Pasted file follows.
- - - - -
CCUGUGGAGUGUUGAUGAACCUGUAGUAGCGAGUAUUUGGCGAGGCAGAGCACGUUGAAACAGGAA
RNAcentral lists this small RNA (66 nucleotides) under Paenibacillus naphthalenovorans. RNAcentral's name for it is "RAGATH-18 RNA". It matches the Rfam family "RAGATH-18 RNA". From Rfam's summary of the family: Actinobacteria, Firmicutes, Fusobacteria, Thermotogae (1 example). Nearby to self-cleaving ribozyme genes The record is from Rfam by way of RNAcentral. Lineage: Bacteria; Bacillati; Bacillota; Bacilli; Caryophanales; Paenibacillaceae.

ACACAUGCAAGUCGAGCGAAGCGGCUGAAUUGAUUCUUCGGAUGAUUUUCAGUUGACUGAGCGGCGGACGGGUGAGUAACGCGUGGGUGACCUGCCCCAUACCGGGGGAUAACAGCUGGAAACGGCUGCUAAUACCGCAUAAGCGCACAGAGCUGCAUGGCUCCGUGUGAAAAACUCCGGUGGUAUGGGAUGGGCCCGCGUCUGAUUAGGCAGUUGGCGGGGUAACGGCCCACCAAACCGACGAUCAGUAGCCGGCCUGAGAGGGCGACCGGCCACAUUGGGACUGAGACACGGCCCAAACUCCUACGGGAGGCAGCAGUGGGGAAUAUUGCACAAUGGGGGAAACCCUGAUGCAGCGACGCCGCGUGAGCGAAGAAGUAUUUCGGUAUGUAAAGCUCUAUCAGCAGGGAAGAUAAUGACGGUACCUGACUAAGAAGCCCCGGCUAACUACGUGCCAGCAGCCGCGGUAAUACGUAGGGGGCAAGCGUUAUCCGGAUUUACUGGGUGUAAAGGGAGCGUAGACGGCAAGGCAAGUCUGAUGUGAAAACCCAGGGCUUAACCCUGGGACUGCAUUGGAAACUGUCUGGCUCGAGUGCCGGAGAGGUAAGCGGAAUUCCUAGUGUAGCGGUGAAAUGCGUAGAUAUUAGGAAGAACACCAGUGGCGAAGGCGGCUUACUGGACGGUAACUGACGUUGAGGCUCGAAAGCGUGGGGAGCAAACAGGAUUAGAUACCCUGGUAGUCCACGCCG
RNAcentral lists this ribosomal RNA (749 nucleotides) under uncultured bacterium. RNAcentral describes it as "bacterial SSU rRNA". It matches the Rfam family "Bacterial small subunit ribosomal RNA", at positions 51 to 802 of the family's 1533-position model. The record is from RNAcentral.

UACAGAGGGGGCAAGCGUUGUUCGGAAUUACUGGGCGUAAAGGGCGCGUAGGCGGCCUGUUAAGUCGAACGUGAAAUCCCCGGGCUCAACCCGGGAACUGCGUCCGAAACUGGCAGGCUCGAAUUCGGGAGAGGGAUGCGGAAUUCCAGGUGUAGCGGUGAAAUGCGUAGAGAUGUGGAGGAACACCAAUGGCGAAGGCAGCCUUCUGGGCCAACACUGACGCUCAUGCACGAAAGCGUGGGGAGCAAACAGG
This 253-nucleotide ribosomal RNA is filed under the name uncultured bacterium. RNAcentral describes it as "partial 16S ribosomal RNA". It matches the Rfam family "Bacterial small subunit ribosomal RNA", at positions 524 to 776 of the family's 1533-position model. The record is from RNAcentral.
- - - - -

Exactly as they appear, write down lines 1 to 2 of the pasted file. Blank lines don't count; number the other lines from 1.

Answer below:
CCUGUGGAGUGUUGAUGAACCUGUAGUAGCGAGUAUUUGGCGAGGCAGAGCACGUUGAAACAGGAA
RNAcentral lists this small RNA (66 nucleotides) under Paenibacillus naphthalenovorans. RNAcentral's name for it is "RAGATH-18 RNA". It matches the Rfam family "RAGATH-18 RNA". From Rfam's summary of the family: Actinobacteria, Firmicutes, Fusobacteria, Thermotogae (1 example). Nearby to self-cleaving ribozyme genes The record is from Rfam by way of RNAcentral. Lineage: Bacteria; Bacillati; Bacillota; Bacilli; Caryophanales; Paenibacillaceae.